As much as these cases have provided an inkling of the profit-motivated misconduct of companies that Americans depend on for health care and a safe environment, knowledge of the depth of corporate misconduct remains just that, an inkling. Confidentiality agreements — often executed to prevent delays in producing the documents required for civil litigation — keep the most sordid details secret. And when there is no trial, the public gets to learn little about identifying wrongful conduct and legislators have difficulty making laws that prevent it.

Supreme Court Justice Louis D. Brandeis famously wrote that sunshine is the best disinfectant. While recovering money for public programs is essential, state Attorneys General must do a better job of also making public the lessons learned from these opioid settlements. If the drug industry is using subtle marketing tactics to manipulate the prescribing habits of physicians, for example, the public — including legislators, regulators, the press, and even physicians — must know the details.

Impact litigation must be designed to effect changes in industry behavior. Just as the National Transportation Safety Board investigates and issues a public report when a train wreck occurs, and just as Environmental Impact Statements are required for federal projects that could significantly affect the quality of the human environment, state Attorneys General should treat corporate health and safety derelictions as deserving of detailed public reports. And they should make it clear to the attorneys involved — whether in-house or under contingency agreement — that confidentiality agreements cloaking the secrecy of wrongdoing are to be used only sparingly, to protect legitimate trade secrets that are not essential to reforming industry practices, and not to hide information that is important to the public.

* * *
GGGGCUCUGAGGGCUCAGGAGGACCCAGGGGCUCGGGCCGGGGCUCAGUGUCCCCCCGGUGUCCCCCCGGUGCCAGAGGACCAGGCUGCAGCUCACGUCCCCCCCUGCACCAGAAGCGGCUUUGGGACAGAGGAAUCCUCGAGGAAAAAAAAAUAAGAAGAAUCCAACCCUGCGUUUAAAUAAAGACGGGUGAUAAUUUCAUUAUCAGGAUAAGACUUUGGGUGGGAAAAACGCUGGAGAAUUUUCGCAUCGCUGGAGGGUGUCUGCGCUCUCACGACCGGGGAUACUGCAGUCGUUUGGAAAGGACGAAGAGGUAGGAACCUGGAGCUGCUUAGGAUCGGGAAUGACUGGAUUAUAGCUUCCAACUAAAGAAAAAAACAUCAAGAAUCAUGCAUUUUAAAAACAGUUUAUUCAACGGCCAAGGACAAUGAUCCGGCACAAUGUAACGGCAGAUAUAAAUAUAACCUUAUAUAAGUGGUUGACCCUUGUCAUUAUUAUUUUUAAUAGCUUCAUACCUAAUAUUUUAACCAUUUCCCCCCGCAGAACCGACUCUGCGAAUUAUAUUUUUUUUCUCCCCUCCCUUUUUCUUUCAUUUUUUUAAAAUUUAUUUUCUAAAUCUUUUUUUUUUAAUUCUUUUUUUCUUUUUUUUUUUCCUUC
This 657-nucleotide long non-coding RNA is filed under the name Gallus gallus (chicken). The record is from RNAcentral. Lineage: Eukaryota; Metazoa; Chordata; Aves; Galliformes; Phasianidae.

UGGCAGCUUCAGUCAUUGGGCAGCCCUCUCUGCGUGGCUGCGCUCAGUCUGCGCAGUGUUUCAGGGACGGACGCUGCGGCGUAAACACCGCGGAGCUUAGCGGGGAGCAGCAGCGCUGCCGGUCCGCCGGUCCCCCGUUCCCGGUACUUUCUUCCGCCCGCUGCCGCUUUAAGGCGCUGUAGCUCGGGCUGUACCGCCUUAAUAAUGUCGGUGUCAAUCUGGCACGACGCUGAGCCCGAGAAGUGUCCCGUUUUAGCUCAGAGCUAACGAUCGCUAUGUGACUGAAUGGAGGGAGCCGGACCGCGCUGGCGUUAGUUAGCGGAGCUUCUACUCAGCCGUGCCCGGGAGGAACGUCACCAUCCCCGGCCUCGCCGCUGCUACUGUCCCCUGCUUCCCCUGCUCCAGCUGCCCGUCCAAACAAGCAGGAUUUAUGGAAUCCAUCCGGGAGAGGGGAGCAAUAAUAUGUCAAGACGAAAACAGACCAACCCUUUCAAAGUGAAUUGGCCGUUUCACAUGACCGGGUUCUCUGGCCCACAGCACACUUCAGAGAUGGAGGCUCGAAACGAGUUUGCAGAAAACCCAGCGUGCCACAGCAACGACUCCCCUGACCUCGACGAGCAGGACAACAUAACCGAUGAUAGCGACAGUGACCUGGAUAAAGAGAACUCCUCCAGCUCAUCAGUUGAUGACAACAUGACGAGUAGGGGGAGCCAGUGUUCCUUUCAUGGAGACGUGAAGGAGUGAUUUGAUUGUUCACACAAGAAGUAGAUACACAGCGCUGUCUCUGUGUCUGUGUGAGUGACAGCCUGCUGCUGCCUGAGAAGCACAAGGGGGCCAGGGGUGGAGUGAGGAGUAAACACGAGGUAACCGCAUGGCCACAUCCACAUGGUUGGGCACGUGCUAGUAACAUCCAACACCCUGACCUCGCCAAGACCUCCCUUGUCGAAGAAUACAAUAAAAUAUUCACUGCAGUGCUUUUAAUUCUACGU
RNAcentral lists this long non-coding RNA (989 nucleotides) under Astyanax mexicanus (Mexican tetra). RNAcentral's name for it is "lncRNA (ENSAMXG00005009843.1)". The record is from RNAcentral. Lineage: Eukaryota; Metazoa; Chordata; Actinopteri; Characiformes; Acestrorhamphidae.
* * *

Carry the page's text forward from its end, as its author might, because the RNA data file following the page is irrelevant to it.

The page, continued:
In the end, the public needs to know all the facts and policymakers need to act on the facts. A simple press release announcing a seemingly high-dollar settlement doesn’t achieve either of those objectives.

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Reuben Guttman, a partner with Washington, D.C.-based Guttman, Buschner & Brooks, has litigated under the False Claims Act to challenge pharmaceutical marketing practices. Liza Vertinsky is a professor of law at the University of Maryland Francis King Carey School of Law. Their article “Public-Private Litigation for Health” was published in the Utah Law Review.

Source: Article available on-line at Statnews.com.

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Whistleblowers and fears of losing funds key to enforcing U.S. vaccine rules

Workplace whistleblowers and a fear of losing federal funds are expected to play vital roles in ensuring compliance with COVID-19 vaccine mandates ordered by President Joe Biden’s administration for U.S. businesses, nursing homes and hospitals, according to experts.

Biden announced last Thursday that his administration will enforce the vaccine mandates starting on Jan. 4. The rules apply to employers with at least 100 workers, federal contractors and employees of nursing homes and other healthcare facilities that receive reimbursements under the Medicare and Medicaid government healthcare programs.